Rebecca was quite busy at home caring for the large family while Daniel ventured farther and farther from home searching for hunting grounds.
In 1767 Daniel and his oldest son James crossed the Appalachian Mountains* into the area which would become the state of Kentucky. The Indians didn't like it when the settlers began intruding on their hunting grounds. Buffalo, bear, deer, and elk were plentiful for hunting.
They returned home and after a while Daniel took five men with him and they explored that area for two years. They found a gap in the mountains where it was easier to cross. It was called the Cumberland Gap. It was named for a British General, the Duke of Cumberland.
This passage would later become a gateway to the west through which many settlers would pass.
Besides hunting for food the men trapped animals for their valuable fur. They had prepared about 250 pounds of pelts* worth hundreds of dollars. A group of Shawnee Indians warned them to leave, attacked the camp, and stole the pelts. They also took the men's horses and left them with barely enough supplies to get back home.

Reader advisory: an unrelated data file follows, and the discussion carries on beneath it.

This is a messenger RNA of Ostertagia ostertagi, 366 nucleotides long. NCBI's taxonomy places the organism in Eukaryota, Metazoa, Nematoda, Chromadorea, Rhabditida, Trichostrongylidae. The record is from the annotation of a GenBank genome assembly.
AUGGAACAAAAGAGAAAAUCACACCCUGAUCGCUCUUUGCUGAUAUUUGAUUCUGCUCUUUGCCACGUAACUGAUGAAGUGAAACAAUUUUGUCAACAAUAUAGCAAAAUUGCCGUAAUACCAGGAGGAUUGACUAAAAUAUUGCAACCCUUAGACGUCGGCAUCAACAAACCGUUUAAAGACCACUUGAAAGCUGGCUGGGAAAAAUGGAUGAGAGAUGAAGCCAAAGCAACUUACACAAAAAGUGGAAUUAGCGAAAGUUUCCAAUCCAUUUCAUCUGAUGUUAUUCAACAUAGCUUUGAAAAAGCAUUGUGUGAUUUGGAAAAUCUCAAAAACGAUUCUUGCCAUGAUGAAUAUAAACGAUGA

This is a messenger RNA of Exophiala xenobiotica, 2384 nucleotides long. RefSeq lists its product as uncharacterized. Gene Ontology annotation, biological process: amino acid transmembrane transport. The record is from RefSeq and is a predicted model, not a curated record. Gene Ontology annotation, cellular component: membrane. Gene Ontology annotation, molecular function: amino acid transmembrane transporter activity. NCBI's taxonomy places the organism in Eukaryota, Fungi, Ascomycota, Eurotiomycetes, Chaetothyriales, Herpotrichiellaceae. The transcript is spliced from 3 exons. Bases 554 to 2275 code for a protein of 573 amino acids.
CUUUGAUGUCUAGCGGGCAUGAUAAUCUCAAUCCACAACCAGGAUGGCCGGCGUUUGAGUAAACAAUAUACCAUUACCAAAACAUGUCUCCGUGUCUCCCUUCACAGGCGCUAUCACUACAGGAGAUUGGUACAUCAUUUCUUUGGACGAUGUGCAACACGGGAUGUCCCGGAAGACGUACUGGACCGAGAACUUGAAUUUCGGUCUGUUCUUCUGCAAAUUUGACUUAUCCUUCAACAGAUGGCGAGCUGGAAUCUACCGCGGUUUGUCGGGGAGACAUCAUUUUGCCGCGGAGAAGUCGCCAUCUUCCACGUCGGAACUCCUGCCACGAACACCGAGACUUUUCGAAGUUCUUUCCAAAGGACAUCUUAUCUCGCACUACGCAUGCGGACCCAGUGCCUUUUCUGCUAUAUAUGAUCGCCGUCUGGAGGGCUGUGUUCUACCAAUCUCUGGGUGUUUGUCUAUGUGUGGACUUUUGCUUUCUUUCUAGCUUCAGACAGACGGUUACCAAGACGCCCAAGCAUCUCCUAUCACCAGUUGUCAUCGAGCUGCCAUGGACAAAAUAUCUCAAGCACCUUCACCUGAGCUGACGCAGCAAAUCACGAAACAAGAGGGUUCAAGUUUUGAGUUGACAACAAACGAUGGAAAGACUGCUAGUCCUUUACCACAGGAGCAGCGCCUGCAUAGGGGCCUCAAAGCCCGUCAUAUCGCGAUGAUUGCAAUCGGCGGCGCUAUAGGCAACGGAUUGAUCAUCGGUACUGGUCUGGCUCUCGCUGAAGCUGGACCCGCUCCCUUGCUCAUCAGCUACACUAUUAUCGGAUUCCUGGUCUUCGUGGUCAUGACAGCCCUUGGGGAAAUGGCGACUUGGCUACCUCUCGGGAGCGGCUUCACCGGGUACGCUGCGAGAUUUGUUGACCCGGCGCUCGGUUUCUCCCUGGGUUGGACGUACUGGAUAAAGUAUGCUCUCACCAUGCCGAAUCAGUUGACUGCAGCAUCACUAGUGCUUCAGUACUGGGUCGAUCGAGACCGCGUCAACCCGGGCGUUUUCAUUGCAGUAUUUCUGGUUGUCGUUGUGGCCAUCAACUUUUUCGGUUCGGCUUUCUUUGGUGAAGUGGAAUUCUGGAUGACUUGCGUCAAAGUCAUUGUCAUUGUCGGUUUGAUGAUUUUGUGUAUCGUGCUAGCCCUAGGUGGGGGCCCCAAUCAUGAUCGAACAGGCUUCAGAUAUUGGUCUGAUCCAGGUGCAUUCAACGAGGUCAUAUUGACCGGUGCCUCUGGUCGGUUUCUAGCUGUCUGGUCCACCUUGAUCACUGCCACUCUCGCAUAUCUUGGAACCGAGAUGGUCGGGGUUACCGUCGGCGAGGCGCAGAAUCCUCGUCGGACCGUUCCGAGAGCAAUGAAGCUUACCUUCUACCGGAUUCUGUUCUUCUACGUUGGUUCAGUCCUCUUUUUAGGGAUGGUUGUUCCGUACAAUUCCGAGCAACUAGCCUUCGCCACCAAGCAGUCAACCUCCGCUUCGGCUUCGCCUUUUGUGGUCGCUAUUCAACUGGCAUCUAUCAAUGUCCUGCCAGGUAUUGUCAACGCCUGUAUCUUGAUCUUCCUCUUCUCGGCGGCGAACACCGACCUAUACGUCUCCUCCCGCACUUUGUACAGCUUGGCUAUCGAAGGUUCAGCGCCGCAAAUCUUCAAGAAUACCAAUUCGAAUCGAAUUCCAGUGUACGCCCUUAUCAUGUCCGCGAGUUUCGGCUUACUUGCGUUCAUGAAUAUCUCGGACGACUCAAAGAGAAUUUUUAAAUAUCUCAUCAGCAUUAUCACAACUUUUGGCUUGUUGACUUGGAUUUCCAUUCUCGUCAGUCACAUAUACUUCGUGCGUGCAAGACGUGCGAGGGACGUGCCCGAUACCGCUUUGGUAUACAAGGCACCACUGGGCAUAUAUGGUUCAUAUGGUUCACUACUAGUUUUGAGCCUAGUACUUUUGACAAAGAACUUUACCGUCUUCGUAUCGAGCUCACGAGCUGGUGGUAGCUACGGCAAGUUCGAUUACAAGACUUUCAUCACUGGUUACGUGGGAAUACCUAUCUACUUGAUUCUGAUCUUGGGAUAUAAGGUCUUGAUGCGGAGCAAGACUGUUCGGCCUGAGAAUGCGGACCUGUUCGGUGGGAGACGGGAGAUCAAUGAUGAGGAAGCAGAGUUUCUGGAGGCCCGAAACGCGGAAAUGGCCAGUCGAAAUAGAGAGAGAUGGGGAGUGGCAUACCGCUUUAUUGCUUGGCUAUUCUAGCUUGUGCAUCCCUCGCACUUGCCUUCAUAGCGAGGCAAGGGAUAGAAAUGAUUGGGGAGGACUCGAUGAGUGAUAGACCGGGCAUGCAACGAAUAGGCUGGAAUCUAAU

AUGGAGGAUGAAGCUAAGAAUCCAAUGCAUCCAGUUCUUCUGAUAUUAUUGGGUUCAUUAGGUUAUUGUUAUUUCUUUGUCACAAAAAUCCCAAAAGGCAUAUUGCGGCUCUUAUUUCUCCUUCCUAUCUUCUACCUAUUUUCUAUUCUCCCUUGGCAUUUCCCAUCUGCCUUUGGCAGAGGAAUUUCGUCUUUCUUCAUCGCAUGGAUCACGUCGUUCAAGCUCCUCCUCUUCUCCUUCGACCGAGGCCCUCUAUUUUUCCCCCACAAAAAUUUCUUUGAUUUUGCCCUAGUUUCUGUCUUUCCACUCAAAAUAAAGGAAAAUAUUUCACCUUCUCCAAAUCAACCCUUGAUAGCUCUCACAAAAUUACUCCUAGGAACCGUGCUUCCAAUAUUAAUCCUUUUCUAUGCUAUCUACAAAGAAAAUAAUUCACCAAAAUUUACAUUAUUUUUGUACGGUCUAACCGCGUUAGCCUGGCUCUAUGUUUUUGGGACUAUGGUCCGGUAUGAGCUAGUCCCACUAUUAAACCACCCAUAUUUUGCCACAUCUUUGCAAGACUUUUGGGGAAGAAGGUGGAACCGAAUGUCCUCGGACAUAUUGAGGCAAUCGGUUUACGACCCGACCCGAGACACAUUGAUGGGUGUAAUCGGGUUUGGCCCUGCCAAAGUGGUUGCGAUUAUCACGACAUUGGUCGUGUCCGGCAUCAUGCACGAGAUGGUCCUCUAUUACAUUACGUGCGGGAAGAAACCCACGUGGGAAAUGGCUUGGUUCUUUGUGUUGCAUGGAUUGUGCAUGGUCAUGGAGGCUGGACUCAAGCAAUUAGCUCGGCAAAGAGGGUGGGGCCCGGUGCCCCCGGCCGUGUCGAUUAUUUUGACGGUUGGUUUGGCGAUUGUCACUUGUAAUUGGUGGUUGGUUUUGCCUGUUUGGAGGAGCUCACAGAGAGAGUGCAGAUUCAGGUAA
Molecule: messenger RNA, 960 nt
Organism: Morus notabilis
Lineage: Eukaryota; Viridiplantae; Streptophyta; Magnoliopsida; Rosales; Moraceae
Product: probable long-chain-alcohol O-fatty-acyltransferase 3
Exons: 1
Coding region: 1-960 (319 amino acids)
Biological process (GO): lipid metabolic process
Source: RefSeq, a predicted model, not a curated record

Daniel decided to stay in Kentucky and try to get the pelts back, but he was captured by the Indians. He finally was able to escape. After Boone's escape Colonel Callaway brought charges against him saying he had betrayed his men. Boone was imprisoned and put on trial. He defended himself so well he was acquitted and promoted to major.*
One day Daniel came upon an old Indian who had been deserted by his tribe to die. Boone in an act of kindness killed a deer, kept a little of it for himself, and left the remainder for the old man to eat.
Boone knew Kentucky was a good land and organized fifty settlers who also wanted to move there. The Indians attacked and killed six of the group. James, Daniel's son, was one of the casualties. The settlers returned to Virginia. Boone once said he had killed three Indians in his lifetime and then only in self-defense.
The Virginia militia fought the Indians and eventually the Shawnee were forced to agree to a treaty.
Richard Henderson, a lawyer and a judge sponsored Boone's exploration. He was the man who hired him to build the Wilderness Road.